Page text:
mandals & art theraphy

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mandala (Sanskrit: मण्डल, lit, circle) is a spiritual and  ritual symbol in Hinduism and Buddhism, representing the universe.[1] In common use, “mandala” has become a generic term for any diagram, chart or geometric pattern that represents the cosmosmetaphysically or symbolically; a microcosm of the universe.

The basic form of most mandalas is a square with four gates containing a circle with a center point. Each gate is in the general shape of a T.[2][3] Mandalas often exhibit radial balance.[4]

The term appears in the Rigveda as the name of the sections of the work and vedic rituals use Mandalas such as nava graha mandala to this day. Mandala is also used in Buddhism.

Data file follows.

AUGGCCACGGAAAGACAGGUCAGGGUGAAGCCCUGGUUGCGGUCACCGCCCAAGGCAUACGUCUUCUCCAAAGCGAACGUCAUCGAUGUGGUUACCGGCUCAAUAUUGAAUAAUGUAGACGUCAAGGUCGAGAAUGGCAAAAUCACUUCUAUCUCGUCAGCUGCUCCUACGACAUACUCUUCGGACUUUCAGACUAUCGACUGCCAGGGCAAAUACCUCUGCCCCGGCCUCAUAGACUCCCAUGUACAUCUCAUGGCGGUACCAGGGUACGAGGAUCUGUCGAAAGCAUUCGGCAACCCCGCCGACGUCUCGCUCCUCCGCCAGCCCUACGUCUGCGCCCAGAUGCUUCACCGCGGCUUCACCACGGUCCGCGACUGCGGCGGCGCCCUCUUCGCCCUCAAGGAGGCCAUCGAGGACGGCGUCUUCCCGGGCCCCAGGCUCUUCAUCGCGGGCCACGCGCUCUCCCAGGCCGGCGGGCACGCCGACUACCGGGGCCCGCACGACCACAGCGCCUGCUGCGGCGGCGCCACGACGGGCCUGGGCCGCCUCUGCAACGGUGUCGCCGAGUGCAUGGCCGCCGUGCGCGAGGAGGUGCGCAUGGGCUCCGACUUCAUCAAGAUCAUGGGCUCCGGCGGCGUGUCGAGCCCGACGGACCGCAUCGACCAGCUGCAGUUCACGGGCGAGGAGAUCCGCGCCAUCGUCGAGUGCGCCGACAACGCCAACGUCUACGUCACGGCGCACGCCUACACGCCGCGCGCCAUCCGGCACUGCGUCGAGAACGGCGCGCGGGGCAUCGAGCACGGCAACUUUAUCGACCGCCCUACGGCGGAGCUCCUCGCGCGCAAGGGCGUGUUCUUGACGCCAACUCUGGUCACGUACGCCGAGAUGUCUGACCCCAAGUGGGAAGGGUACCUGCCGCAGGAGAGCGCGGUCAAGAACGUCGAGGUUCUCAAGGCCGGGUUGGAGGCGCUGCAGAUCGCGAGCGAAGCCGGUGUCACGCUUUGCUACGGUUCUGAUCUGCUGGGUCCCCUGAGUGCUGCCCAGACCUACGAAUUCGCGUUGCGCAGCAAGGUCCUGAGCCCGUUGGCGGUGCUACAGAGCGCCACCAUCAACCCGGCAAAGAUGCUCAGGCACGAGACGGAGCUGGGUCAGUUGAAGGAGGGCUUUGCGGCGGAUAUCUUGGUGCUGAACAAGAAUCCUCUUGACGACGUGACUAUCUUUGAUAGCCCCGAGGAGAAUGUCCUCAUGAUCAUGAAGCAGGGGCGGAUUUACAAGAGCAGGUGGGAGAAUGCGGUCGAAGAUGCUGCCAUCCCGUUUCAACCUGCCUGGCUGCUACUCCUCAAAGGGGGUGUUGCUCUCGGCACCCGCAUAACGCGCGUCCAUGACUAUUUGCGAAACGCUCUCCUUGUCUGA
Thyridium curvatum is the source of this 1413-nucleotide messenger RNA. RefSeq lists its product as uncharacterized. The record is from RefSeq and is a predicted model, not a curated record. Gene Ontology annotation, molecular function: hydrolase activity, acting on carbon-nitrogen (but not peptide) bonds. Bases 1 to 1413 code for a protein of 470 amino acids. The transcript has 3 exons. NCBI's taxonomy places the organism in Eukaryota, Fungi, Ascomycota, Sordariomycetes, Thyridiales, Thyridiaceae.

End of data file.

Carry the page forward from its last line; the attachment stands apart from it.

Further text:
Mandalas are commonly used by tantric Buddhists as an aid to meditation.

The mandala is “a support for the meditating person”,[18] something to be repeatedly contemplated to the point of saturation, such that the image of the mandala becomes fully internalised in even the minutest detail and can then be summoned and contemplated at will as a clear and vivid visualized image. With every mandala comes what Tucci calls “its associated liturgy … contained in texts known as tantras“,[19]instructing practitioners on how the mandala should be drawn, built and visualised, and indicating the mantras to be recited during its ritual use.

Mandala by Wikipedia

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